Many things Yule did during the Loaded sessions, by the way, were lovely. Getting rid of Morrison’s typically slinky lead-line on “Ocean” and adding his own cello arrangement made for the best version of that song and the last great Velvets studio number, an outtake whose high quality meant that the string arrangement was often erroneously attributed to viola work by Cale, who had returned briefly to play on a different and inferior version from the same sessions. (This is the version on disc one of the Loaded: Fully Loaded reissue and the Peel Slowly and See box-set. Morrison’s revised part on the track is also lovely, while his original lead-line can be heard on the take with Cale on disc two of Fully Loaded, and the 1969 studio and live versions.) The takeaway here is that figuring out who plays what on a record is about identifying the kinds of parts a musician tends to play, rather than making a value judgment about who is sufficiently genius to have come up with a something you might admire.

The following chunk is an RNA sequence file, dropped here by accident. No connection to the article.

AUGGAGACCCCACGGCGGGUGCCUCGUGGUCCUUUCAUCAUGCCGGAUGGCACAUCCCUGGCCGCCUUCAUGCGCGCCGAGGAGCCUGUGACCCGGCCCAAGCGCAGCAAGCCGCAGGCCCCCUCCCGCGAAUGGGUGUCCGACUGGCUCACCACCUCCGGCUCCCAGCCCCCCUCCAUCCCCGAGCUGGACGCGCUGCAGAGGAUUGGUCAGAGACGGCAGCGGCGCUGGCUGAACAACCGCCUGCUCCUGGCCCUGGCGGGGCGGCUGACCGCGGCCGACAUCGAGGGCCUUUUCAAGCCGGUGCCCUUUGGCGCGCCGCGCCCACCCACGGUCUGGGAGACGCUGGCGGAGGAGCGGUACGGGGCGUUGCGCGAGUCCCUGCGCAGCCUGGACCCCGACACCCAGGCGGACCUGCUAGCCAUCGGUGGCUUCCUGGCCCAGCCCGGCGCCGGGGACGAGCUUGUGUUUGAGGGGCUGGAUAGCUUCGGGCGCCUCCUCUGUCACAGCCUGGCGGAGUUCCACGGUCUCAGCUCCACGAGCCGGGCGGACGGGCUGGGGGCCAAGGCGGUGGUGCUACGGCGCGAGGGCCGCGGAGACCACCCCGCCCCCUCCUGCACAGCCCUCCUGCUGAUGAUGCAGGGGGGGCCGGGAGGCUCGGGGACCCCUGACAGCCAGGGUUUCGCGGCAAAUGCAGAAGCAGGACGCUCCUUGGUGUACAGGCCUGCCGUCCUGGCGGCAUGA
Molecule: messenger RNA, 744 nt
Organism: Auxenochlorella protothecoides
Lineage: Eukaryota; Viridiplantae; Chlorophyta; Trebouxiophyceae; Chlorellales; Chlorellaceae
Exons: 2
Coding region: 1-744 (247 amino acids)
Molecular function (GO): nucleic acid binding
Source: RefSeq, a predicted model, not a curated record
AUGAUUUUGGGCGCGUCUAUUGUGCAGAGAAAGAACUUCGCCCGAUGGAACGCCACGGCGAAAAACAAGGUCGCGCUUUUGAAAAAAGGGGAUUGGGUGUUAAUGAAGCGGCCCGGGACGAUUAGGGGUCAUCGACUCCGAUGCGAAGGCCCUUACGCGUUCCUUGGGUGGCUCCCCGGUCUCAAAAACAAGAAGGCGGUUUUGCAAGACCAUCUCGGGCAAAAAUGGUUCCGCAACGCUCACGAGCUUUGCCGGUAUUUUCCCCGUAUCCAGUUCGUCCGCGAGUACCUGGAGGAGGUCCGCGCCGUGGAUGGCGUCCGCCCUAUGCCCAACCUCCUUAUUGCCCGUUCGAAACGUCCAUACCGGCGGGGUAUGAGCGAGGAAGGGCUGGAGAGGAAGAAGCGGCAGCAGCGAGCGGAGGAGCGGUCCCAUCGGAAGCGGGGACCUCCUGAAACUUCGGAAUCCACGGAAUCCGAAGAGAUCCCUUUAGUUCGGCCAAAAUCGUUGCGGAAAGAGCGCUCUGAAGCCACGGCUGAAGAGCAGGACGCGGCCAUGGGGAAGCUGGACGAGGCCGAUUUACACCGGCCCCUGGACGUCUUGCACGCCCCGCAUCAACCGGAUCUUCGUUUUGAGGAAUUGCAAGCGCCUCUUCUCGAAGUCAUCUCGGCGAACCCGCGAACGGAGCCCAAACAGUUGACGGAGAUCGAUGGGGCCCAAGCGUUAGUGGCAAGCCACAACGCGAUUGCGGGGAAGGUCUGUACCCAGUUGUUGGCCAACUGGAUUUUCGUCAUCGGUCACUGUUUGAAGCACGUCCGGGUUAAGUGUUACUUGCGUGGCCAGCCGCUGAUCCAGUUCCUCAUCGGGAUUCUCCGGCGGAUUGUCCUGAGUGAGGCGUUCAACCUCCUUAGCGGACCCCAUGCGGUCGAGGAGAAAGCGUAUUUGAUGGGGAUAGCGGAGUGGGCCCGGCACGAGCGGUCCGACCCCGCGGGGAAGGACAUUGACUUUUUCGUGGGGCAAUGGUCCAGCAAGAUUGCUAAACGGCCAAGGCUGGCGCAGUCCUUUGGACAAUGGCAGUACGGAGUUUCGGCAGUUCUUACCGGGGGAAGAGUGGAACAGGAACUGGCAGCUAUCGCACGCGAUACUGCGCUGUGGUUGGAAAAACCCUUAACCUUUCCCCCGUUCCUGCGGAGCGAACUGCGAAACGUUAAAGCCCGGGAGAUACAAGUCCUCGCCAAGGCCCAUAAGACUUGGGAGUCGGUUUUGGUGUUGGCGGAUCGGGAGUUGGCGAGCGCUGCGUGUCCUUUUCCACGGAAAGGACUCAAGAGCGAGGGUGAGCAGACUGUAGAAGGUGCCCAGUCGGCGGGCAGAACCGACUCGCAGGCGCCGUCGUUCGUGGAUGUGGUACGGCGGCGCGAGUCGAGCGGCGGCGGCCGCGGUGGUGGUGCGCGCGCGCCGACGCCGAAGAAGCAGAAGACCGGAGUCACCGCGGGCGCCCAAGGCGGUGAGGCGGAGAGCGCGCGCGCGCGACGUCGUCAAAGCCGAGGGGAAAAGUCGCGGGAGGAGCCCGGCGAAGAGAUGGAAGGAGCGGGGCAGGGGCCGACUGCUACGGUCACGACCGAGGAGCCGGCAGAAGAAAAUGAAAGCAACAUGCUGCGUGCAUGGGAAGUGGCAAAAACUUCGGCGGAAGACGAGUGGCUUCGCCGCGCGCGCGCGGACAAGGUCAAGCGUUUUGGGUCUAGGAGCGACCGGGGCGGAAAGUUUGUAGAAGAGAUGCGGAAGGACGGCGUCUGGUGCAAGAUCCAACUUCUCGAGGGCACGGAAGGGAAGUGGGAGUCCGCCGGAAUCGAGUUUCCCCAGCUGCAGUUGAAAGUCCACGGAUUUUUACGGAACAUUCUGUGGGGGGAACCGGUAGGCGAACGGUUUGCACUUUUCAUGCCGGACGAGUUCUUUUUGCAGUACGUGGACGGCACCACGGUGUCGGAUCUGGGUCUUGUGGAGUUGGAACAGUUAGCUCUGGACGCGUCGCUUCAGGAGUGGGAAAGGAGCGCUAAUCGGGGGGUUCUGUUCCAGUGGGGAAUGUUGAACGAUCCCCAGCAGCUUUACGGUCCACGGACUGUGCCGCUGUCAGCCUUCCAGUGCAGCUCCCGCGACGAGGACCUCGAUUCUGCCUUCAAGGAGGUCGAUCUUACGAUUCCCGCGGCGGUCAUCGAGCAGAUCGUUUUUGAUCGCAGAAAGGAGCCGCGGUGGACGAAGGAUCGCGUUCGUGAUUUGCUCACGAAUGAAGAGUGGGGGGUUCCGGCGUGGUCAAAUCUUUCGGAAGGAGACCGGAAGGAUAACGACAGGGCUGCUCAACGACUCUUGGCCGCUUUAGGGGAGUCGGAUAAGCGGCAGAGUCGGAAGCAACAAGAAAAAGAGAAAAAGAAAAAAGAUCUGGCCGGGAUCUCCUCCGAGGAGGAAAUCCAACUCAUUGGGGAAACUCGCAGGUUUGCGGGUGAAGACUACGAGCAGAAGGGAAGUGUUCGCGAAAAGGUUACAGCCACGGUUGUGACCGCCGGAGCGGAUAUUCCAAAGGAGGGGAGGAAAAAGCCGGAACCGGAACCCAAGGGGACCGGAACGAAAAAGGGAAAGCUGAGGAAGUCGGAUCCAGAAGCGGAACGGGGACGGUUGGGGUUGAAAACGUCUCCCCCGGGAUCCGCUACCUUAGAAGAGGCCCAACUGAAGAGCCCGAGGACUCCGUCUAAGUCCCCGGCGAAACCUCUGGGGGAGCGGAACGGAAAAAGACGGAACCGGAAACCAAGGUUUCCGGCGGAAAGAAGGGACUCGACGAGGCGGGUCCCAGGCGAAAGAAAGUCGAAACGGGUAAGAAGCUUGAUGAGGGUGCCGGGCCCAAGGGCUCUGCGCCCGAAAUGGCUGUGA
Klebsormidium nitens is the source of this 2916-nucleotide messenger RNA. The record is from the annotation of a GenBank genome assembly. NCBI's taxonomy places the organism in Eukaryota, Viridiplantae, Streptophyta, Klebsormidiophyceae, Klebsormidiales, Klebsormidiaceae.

In this vein, Morrison as a guitarist has often been swallowed up by the myth of Lou Reed as a singular genius. Indeed, during the 1993 reunion tour Reed (and Cale) reduced Morrison to little more than a rhythm player, and even on the recent reissue of The Velvet Underground David Fricke still calls Reed “the group’s lead guitarist”. But if the self-titled Velvet Underground is an album as important and influential as its two predecessors—as I think most people would argue that it is—then it is also the strongest argument for Morrison’s importance as a guitarist, since his style is so essential in shaping its distinctive sound. It may be Reed’s and Cale’s influence you hear on a Spaceman 3 record, but Morrison’s ghost is the one that haunts bands like the Pastels. Moreover, the partnership between Reed and Morrison set a precedent for many of the great indie guitar-bands that followed: a two-man team, where a technically fluid but more straightforward player helped ground an experimental partner.

Reed, it turns out, was just one of three lead guitarists in the Velvet Underground, each of whom, along with Cale, set a different melodic stamp that helped all four of their albums achieve a distinctive personality and inspire their own respective sub-genres. After so many years listening to the Velvets, it’s nice to realize just how many talents the group’s sound depended on, and marvel at how the lineup changes between albums gave each member a space to redefine the group’s sound.